A New Devotion

And finally there was Betsy. I met Betsy on a black, misty Hanoi night. The bus had ejected me onto a wet curb at 3:00AM, so I wandered the oddly quiet streets until my homestay opened. A million and more sputtering motorbikes would crisscross those streets in the following hours, but at three AM they were mine and mine alone.

I waited and watched the early morning joggers take their laps around the lake. I waited and listened to the clatter of the shops opening up, lifting their metal curtain shutters. I waited and inhaled the balmy, dawn stench of Hanoi as she stirred awake.  I waited happily, accustomed to the pace of limbo between one day and the next.

Then I meandered into the rabbit warren of old-town to check in.
There I met Betsy. Betsy was strikingly bald. It was impossible to notice anything else about her at first glance. But secondly I noticed she had two perfectly stenciled turquoise eyebrows. And in spite of my sleep-deprived limited awareness, I smiled in admiration of the style.

Betsy, a self described city mouse, personified contrast. She barely clocked in at 50 kilos, but wore heavy, black, military-style, buckle-up boots. She paired that brutal footwear with a delicate white parasol. Betsy, with an aptly unobtrusive mien, was forced to stand out all her life because of her alopecia.

From birth she was destined to be an outsider. Strange and quirky were her fated qualities. The fringe was her arranged home. She could do nothing besides stylize the role as one paints the walls of her home. She only ever had two choices.

She could let the societal scrutiny crush her, turn her cynical and mistrusting, make her bitter and hostile. Or she could develop a healthy resistance to it; rise above it. She could let her unique qualities grow into a defining eccentricity. She could bloom into an individual.

And I think I met her after she’d gone through her ‘crushed’ period. The efflux of her acceptance spilled into gratitude. And if that be the case, I’m thankful, and glad for her.  However she arrived at her peace, she had gotten there.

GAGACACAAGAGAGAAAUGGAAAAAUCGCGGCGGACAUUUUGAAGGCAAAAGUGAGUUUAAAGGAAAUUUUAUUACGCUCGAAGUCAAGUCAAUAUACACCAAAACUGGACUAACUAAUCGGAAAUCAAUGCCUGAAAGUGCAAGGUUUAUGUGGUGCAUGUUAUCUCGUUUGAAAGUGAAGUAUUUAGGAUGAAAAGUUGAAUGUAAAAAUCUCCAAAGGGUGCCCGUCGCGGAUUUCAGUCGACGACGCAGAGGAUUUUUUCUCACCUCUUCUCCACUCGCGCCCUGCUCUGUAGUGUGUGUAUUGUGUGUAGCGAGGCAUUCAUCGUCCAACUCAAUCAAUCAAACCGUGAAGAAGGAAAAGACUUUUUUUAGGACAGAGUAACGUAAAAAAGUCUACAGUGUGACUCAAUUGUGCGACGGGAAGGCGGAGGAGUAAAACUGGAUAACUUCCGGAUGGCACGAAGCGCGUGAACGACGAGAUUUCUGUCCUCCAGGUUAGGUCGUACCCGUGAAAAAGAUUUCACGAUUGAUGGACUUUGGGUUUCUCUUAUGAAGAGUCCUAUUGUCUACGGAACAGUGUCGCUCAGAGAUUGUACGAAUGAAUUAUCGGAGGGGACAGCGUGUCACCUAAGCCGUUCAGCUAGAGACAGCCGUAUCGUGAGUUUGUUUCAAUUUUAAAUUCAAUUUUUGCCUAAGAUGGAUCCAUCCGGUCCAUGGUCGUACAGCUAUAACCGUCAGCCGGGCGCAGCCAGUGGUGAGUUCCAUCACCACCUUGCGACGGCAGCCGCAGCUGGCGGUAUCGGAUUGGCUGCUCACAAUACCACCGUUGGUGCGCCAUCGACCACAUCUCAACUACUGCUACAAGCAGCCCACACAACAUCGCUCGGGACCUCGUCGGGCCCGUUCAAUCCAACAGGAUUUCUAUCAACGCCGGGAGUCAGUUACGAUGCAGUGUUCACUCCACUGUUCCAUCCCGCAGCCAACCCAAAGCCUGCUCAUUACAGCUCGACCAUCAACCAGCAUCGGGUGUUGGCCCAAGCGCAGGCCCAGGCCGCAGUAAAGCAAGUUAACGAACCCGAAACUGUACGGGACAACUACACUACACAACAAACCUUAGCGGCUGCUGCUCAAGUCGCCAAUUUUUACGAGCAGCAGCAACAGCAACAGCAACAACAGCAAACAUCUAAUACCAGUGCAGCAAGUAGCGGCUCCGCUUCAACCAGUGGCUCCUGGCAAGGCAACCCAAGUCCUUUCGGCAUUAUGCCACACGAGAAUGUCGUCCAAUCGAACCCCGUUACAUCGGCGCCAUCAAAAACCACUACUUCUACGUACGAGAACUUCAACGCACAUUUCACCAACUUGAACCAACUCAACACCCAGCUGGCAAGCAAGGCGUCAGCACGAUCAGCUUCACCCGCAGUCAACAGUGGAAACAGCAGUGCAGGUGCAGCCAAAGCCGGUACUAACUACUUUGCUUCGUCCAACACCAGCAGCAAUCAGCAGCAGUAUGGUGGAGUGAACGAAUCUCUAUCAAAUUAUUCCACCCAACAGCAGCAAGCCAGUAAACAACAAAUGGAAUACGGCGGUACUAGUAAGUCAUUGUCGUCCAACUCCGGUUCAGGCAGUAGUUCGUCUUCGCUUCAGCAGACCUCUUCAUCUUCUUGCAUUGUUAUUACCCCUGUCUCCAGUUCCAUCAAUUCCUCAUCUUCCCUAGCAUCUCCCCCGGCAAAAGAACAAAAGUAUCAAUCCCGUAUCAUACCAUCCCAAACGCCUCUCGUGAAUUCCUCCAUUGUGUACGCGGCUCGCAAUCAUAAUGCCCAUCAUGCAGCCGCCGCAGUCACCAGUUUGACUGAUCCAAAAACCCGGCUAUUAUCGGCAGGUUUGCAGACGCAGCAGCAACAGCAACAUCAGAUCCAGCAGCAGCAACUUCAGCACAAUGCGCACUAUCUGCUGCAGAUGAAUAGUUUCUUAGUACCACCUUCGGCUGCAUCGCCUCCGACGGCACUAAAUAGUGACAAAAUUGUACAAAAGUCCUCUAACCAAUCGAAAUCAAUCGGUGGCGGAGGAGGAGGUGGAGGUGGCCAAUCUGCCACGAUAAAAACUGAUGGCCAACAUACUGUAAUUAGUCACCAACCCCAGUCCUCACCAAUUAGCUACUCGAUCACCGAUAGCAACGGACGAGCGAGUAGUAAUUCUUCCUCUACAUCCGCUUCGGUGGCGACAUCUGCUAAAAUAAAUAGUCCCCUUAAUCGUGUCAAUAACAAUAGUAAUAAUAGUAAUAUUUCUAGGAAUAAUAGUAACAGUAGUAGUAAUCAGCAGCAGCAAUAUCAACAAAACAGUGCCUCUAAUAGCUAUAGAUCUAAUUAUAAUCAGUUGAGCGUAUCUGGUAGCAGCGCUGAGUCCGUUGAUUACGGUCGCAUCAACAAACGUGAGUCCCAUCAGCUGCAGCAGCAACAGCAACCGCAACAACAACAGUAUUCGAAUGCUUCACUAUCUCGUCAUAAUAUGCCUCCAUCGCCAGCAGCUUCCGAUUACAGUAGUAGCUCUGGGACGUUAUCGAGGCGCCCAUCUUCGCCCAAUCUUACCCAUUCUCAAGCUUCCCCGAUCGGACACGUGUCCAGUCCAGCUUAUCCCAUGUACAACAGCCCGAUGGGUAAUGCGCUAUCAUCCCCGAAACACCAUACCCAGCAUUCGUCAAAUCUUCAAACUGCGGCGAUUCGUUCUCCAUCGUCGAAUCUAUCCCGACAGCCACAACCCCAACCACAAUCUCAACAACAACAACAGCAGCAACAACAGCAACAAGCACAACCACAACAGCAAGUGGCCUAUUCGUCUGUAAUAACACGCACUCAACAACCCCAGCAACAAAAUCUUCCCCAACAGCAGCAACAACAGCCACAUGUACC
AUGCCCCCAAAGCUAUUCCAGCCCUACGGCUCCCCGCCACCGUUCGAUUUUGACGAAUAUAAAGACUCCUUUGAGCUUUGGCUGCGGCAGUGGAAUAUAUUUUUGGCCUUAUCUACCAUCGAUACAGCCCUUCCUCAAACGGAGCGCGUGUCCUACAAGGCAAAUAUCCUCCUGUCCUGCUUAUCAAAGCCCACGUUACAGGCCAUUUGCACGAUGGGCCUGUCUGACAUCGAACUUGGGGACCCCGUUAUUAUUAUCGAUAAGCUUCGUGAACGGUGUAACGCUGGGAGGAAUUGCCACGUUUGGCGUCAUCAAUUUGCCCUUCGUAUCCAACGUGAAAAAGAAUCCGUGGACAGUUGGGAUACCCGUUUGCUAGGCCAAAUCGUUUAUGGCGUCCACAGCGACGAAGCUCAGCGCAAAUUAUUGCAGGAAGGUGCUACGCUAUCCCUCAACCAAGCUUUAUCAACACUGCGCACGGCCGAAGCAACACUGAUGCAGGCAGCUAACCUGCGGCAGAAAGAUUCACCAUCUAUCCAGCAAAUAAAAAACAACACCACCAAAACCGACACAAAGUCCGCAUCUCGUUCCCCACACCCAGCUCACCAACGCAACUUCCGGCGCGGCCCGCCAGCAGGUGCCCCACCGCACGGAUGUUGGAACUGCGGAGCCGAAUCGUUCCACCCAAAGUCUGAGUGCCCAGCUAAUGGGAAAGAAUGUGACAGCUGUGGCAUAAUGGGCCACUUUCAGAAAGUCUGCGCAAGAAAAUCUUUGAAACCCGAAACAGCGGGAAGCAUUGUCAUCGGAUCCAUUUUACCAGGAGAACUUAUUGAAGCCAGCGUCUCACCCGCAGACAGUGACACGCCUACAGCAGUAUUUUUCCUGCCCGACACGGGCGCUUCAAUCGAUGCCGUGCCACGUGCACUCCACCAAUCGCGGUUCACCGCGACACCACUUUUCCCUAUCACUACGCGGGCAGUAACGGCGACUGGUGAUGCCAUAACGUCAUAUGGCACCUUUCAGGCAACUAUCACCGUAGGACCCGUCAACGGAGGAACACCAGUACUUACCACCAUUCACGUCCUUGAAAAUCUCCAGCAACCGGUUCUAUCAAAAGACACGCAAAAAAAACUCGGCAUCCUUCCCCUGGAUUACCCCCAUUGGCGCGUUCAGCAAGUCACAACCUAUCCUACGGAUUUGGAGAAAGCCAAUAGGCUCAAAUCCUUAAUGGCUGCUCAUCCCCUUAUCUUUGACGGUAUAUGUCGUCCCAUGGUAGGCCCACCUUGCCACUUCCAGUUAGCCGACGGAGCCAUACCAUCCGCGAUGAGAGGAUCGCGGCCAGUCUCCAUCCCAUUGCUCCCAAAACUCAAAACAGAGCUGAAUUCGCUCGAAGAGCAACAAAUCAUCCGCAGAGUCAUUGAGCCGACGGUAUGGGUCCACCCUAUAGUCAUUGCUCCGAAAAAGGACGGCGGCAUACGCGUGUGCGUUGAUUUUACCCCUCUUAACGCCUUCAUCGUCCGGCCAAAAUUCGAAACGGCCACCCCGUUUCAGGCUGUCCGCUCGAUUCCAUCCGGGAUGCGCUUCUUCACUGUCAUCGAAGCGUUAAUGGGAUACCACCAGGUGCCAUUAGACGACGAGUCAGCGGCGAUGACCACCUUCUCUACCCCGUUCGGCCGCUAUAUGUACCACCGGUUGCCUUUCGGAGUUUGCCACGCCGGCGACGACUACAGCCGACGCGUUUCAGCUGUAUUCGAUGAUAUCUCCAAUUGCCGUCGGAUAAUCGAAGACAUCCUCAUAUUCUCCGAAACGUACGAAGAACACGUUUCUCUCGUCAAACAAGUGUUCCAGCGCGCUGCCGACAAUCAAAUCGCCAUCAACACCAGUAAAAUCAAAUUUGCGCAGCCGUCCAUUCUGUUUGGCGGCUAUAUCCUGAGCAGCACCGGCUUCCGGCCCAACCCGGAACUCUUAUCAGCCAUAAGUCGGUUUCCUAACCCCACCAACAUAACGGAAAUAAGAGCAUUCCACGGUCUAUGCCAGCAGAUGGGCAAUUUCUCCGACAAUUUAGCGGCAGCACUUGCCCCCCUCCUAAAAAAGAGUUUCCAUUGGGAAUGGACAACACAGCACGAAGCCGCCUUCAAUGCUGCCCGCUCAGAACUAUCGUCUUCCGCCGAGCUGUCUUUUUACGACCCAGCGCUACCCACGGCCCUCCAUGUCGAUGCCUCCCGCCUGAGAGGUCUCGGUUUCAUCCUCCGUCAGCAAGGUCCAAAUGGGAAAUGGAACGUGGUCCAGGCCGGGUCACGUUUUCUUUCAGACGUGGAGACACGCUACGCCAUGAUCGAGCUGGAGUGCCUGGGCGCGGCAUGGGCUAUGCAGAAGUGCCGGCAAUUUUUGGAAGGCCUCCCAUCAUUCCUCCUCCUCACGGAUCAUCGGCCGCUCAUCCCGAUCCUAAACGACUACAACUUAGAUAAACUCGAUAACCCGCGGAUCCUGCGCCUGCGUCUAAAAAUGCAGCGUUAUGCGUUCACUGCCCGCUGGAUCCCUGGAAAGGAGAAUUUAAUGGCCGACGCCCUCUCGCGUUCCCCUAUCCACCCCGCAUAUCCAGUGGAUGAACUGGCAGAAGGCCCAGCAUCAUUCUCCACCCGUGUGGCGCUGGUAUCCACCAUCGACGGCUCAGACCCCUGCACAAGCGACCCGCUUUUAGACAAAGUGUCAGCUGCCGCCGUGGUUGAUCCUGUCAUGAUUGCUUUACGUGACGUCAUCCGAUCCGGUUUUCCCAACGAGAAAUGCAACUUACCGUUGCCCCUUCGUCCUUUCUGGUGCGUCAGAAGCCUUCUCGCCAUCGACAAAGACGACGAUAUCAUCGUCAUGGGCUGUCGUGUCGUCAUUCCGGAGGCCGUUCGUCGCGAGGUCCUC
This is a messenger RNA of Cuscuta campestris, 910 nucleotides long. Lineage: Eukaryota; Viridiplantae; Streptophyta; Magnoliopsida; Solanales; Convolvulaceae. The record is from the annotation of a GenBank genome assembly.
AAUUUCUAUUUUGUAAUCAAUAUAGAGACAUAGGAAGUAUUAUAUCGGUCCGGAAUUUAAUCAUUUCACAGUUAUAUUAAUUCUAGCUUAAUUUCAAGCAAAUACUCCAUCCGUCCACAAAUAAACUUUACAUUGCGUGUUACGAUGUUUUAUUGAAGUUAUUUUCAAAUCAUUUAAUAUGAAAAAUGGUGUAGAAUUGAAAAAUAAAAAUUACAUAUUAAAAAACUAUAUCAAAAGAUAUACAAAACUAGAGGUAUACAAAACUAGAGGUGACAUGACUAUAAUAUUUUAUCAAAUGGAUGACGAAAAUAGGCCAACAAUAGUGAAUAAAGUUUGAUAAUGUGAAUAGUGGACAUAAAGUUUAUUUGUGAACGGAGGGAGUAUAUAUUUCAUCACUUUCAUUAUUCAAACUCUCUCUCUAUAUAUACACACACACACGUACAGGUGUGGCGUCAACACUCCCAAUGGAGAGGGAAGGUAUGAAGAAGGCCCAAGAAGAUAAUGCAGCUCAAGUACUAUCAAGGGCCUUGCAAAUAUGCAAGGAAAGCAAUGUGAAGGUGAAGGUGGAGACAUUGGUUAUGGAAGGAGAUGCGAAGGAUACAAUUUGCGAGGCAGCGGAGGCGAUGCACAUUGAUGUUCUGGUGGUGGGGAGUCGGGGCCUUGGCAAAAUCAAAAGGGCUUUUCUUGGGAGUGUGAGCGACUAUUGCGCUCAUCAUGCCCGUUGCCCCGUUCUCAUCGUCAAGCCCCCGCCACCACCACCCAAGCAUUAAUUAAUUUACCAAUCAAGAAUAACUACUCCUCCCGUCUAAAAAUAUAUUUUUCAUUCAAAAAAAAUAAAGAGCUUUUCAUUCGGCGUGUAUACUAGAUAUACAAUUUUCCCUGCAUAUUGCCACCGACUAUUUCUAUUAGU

I immediately liked Betsy as I like all people who live full, enriched lives in spite of nature’s twists. If mother nature is not too cruel these people can rise up stronger for their differences. They can thrive by embracing their intrinsically granted uniqueness. And I fully celebrate the differentness of any such soul I meet who still flounders insecurely.

In truth, I hold far more pity for those who are irreversibly deformed by society. The poor lot who hold ingrained prejudices inherited from their station, not their genetics. Those who exalt or shrug off their indecencies.  For their’s is a more insidious, maddening, and baneful twist of character.

Betsy is most significant to me because her’s shall be the last terrarium of character I peer into for awhile. Betsy is the last data packet collected in a long examination of humanity. I’m sated for now on the delights of social interaction.

The pendulum of my identity has swung fully to the side of introversion. I’ve gorged heavily on the human experience these past twelve months, and seek now to digest what I’ve learned. I want to solidify the traits I’ve fostered. I want to express the character I’ve built, the insight I’ve harvested.

My motivations have veered so noticeably away from the direction they ardently tugged towards for so long. The novelty of new places, peoples, foods, and cultures seems bland to me now. I feel there is little more for me in the shallow nutriment of brief friendship and romantic love. I live now to create.

Thank you for reading.


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